DARPA Requests Quarter Billion for Space Development Programs

Artist’s conception of Boeing’s Experimental Spaceplane One (XS-1). (Credit: Boeing)

by Douglas Messier
Managing Editor

DARPA has requested $254.67 million to fund a variety of space programs for FY 2019. The total includes funds for work on an experimental space plane, a responsive launch competition, and robotic on-orbit servicing of satellites in geosynchronous orbit (GEO).

The $62 million requested for the Experimental Spaceplane One (XS-1) program would fund continuing work by Boeing to create a launch vehicle capable of flying 10 times in 10 days. Plans for FY 2019 include fabricating all major subsystems and the integration and testing of major sub-assemblies, flight and ground systems.

Credit: DARPA

The DARPA Launch Challenge aims to demonstrate the ability to launch satellites quickly, change sites and then quickly launch again. The agency has requested $5 million for the program in FY 2019.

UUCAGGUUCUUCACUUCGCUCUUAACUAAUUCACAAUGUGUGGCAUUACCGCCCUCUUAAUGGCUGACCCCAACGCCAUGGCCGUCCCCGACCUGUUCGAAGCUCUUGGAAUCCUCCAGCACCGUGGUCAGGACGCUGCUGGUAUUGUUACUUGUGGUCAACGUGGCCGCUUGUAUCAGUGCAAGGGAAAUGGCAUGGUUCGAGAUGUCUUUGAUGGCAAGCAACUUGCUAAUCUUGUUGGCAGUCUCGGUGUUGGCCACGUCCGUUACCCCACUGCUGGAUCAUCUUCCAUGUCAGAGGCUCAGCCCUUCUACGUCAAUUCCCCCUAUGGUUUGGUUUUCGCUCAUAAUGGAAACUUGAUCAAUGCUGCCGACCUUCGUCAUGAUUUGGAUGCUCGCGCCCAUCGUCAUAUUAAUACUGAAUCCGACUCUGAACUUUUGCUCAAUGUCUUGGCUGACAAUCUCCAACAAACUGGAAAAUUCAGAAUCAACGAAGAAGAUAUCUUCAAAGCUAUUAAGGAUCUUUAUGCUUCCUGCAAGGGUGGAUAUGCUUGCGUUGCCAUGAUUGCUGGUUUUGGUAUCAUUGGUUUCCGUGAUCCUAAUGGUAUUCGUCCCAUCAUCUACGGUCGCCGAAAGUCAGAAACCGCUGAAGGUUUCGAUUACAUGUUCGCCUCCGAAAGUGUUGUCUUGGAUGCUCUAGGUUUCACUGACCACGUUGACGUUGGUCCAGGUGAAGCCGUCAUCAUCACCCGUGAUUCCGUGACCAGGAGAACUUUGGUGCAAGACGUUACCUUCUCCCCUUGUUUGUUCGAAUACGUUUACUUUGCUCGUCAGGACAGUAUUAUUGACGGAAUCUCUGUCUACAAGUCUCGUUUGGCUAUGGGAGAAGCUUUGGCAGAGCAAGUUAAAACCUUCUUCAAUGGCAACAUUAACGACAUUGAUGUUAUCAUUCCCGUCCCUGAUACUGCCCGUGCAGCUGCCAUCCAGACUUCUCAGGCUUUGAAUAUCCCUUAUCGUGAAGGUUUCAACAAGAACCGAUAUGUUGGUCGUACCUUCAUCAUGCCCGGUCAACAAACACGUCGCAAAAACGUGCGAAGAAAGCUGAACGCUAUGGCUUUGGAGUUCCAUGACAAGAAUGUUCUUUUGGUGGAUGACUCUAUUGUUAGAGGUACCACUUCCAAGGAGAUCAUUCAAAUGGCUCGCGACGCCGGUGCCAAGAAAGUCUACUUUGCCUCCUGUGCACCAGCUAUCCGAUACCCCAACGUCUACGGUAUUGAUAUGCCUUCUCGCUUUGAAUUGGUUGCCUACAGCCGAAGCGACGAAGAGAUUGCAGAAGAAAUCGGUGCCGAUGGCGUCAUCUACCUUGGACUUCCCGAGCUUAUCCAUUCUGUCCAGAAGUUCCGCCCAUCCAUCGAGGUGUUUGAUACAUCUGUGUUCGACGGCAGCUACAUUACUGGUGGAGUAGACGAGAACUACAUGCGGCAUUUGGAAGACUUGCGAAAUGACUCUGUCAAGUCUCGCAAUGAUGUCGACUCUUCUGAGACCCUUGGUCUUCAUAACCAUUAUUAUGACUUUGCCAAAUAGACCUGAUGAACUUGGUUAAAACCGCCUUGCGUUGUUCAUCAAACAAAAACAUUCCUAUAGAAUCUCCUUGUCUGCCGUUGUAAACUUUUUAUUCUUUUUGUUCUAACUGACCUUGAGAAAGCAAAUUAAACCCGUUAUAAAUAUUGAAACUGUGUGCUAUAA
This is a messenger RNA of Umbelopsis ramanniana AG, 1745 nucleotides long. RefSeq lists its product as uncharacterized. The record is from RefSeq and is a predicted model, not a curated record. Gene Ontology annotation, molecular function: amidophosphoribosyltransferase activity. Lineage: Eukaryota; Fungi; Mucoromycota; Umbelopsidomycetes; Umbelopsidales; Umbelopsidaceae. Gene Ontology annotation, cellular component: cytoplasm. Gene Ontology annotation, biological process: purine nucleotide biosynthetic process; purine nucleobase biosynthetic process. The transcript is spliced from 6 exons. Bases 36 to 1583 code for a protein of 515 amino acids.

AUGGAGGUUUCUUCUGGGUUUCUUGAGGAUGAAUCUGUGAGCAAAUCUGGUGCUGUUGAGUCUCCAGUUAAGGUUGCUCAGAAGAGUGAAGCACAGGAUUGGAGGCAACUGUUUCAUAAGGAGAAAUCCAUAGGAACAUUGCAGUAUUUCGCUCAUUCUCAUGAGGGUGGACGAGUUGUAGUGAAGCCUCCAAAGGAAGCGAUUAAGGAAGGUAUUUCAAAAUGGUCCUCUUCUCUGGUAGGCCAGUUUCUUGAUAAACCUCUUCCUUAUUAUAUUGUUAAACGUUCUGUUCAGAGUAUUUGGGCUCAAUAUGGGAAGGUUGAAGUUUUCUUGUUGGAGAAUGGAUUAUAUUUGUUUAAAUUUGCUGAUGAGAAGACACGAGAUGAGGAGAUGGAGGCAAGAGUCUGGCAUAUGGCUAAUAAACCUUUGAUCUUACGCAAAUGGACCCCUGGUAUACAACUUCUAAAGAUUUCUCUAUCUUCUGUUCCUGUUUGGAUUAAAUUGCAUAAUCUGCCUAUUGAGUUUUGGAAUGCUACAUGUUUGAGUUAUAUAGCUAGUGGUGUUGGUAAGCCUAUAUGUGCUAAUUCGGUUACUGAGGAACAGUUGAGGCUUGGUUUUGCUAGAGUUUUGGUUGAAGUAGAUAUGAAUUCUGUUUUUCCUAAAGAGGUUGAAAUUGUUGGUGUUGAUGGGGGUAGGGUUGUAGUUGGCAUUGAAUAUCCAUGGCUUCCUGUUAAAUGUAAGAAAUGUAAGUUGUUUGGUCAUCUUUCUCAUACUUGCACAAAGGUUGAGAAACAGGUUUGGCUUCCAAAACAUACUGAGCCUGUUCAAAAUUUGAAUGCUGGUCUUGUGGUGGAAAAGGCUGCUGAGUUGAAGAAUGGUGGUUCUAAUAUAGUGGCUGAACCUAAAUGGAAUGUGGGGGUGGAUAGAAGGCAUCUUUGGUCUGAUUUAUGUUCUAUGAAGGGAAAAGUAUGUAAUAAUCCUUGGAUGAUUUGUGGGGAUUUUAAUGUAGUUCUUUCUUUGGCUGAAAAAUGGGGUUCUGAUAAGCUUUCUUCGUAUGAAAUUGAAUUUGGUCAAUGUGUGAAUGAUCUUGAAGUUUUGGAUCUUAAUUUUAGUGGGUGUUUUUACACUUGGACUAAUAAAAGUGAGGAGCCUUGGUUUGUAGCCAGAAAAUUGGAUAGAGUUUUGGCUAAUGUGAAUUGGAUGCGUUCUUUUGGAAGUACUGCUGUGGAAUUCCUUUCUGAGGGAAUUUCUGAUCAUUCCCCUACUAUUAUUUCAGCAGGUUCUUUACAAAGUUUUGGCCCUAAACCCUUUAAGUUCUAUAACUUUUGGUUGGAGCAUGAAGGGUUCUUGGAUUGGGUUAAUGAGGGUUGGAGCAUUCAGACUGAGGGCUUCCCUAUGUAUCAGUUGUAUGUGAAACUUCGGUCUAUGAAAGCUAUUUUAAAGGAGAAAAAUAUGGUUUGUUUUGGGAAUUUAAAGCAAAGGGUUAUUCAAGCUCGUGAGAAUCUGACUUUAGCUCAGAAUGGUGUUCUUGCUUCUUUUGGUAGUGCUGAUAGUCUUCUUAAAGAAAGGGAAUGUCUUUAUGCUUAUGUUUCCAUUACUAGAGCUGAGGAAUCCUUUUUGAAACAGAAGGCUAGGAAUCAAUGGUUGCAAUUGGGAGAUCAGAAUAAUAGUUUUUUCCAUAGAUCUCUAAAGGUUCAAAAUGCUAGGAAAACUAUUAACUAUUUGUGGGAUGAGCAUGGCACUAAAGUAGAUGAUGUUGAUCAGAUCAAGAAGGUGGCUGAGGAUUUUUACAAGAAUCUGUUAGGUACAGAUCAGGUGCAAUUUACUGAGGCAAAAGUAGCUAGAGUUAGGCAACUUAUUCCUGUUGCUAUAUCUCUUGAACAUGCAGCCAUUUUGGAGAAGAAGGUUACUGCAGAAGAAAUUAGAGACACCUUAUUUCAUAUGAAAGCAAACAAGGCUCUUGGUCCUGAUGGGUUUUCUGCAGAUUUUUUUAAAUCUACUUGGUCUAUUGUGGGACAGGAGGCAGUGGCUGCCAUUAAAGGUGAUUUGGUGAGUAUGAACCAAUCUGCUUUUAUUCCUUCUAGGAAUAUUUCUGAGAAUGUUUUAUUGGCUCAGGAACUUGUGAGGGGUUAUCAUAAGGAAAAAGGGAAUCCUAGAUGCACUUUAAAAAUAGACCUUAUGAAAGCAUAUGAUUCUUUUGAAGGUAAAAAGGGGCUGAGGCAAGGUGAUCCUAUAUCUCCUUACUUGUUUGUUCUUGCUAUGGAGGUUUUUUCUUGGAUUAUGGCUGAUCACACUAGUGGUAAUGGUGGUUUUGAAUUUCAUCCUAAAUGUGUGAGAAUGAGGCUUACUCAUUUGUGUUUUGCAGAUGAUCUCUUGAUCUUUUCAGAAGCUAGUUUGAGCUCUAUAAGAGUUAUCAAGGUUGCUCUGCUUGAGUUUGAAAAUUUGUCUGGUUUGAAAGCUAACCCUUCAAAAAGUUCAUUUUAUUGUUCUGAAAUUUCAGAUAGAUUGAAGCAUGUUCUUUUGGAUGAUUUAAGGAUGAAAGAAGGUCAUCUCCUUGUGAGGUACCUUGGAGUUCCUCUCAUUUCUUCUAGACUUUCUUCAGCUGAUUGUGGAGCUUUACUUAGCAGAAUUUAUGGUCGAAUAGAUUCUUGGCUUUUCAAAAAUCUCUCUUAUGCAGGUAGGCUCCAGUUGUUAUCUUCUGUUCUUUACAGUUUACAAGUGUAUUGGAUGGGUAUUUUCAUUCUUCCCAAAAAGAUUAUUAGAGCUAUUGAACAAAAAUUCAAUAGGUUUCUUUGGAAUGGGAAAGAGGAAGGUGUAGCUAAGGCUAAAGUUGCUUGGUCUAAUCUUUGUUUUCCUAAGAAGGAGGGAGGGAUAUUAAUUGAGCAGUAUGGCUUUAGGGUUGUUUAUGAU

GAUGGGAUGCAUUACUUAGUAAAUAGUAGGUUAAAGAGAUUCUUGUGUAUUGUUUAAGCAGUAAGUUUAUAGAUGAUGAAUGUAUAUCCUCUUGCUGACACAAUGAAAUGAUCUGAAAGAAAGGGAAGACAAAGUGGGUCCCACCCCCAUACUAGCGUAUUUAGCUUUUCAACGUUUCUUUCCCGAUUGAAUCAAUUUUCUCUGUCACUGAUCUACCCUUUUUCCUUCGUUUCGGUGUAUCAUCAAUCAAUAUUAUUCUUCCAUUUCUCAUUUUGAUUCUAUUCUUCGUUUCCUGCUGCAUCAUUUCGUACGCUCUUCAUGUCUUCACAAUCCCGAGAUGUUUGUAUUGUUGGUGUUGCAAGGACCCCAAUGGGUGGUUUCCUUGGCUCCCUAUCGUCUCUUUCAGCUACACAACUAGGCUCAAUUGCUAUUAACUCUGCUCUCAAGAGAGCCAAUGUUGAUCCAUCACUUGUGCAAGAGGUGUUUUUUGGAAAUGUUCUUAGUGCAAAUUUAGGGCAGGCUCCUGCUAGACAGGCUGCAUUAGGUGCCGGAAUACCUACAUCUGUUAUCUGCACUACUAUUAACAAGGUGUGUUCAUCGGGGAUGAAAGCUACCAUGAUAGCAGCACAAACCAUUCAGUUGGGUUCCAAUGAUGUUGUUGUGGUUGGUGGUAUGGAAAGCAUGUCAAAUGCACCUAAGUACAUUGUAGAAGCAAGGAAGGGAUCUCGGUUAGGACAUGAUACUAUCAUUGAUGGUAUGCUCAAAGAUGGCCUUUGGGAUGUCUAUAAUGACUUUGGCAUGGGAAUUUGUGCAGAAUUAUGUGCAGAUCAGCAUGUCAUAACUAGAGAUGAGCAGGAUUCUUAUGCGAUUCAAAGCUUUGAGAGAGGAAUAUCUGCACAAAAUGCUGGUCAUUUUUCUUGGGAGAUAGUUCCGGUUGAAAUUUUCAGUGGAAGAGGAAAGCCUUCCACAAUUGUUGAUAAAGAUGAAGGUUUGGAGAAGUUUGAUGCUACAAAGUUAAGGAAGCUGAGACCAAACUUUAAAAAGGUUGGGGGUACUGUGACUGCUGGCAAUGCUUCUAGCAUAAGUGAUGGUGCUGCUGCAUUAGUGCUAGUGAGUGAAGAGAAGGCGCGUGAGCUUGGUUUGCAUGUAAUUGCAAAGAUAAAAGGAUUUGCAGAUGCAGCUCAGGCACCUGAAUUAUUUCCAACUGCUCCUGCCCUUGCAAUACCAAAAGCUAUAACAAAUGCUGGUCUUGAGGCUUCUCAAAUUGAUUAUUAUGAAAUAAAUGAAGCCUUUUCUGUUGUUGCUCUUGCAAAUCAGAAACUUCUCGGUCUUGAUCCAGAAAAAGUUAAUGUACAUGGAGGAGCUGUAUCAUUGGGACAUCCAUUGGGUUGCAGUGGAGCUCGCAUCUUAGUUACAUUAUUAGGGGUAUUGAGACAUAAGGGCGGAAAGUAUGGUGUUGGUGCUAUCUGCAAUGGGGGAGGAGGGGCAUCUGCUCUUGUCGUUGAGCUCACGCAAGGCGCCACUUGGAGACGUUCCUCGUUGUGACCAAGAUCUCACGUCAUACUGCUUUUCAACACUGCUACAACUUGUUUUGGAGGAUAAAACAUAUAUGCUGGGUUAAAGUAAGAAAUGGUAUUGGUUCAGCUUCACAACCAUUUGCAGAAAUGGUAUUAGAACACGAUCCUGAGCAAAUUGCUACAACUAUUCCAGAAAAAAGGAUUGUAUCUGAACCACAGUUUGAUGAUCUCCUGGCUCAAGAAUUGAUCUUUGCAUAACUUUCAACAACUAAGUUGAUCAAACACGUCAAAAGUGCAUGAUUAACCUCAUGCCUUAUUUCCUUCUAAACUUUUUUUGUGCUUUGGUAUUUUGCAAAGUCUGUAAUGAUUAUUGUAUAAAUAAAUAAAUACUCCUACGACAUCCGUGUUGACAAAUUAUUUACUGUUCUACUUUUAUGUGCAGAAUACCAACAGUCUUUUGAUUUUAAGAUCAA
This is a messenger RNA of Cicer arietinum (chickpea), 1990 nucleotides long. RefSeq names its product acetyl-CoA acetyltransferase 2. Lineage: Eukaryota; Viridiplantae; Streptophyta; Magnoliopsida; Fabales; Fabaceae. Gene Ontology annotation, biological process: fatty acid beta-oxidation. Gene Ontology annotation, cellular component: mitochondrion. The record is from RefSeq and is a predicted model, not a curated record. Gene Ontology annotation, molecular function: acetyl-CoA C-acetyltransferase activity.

DARPA has proposed spending just under $109 million on the Robotic Servicing of Geosynchronous Satellites (RSGS) program.

“Technologies for servicing of GEO spacecraft would involve a mix of highly automated and remotely operated (from Earth) robotic systems,” the agency said in budget documents.

DARPA has requested $42 million on Radar Net, which is focused on the development of lightweight, low power, wideband capability for radio frequency (RF) communications and remote sensing for a space-based platform.